Michael Brandy, Deseret News
Looking closely at 7,900-pound Christie, one of Hogle Zoo's two elephants, you'd never know she was 18 months pregnant. Nothing unusual is noticeable. She's about the same adult weight as usual and is physically stronger than ever.
But sometime during July or August, Christie will deliver her first baby, probably weighing 180 pounds to 250 pounds — the first elephant to be born at Hogle Zoo in more than 80 years. Princess Alice gave birth to the first Utah elephant when the zoo was at Liberty Park back in 1918.
"She looks like the same Christie," Hogle Zoo senior veterinarian Nancy Carpenter said.
Doug Tomkinson, lead elephant keeper, said nothing is altered in her behavior, either. She still does the same routine during her 10:30 a.m. and 2 p.m. daily shows at Elephant Encounters.
Christie was artificially inseminated in October 2007 so that she and baby would enjoy some warm weather in the summer of 2009 when she would deliver. African elephants carry their offspring 20 to 22 months — the longest of any land mammal.
Jackson, a male elephant in the Pittsburgh zoo, is the father.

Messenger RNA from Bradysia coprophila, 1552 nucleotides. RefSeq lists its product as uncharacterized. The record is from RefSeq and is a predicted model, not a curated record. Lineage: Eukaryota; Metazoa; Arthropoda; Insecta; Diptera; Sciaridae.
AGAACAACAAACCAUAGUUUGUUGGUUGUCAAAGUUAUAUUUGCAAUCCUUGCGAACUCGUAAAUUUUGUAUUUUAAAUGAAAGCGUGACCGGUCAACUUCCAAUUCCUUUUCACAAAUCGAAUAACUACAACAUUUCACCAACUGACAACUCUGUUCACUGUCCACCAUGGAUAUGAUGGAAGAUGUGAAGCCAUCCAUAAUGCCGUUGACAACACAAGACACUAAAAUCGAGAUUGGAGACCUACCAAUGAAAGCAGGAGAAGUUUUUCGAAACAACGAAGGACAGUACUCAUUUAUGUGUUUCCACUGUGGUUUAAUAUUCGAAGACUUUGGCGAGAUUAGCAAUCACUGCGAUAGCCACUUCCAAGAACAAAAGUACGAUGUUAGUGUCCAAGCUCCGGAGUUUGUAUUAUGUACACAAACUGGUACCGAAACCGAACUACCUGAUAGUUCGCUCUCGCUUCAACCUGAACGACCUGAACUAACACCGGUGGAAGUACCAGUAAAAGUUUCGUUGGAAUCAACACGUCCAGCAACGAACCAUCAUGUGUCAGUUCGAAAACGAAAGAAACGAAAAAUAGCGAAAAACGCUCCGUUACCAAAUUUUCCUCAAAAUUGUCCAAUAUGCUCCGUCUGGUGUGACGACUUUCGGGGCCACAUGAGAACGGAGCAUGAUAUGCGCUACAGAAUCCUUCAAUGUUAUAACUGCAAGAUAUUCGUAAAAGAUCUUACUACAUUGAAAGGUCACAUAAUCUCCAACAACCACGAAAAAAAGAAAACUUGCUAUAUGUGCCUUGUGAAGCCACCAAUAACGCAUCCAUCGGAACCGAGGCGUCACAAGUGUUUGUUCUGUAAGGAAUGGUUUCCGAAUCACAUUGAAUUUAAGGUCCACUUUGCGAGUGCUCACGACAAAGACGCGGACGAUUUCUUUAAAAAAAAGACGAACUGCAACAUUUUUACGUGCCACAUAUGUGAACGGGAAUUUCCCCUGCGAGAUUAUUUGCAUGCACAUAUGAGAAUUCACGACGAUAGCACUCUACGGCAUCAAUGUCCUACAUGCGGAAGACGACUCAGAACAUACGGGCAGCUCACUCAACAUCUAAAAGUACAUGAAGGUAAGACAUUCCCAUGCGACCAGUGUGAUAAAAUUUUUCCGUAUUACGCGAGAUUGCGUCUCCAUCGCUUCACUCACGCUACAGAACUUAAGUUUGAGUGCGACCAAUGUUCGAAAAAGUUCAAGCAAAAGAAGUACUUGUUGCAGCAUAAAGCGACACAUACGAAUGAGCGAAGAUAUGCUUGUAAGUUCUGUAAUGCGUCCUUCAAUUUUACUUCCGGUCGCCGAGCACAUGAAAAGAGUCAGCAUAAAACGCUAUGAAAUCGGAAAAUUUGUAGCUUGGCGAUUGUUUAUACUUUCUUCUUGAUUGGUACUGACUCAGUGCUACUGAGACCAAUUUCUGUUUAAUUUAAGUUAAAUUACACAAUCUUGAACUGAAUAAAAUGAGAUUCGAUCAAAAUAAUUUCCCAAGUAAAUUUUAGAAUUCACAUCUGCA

Carpenter hopes Christie can deliver the new baby without outside assistance, but "we're planning for every contingency," she said, cautioning that there are no guarantees with this birth. There are risks and things could go wrong. Labor could last anywhere from two hours to 24 hours.
Christie has regular tests and Carpenter said there will probably be some clues in her blood, three to five days out from her delivery date.
Does Christie know she is pregnant? "Who knows?" Carpenter said.
The process of naming the coming new baby hasn't been discussed yet, and zoo staff won't know the gender of the elephant until it is born. Ultrasounds have been used on Christie, but they can only show a portion of the baby and gender is very hard to see in elephants anyway.
If the new baby is a female, it will likely remain at Hogle Zoo with its mother. That's because elephants tend to remain with their mothers for life, while males eventually go out on their own.
When it arrives, the new baby will also likely be out of public view for up to several weeks while it bonds with its mother.
"In a way it's something to look forward to," Tomkinson said, adding the impending birth is a way to cope with the death of Misha, a Hogle Zoo elephant that had to be euthanized last September. "You never really forget a death."
Christie is still eating her usual two to four bales of high a day, but is monitored more closely and is getting more exercise than usual.
The zoo's other elephant is Dari, a 49-year-old female who is currently the oldest elephant in North America.
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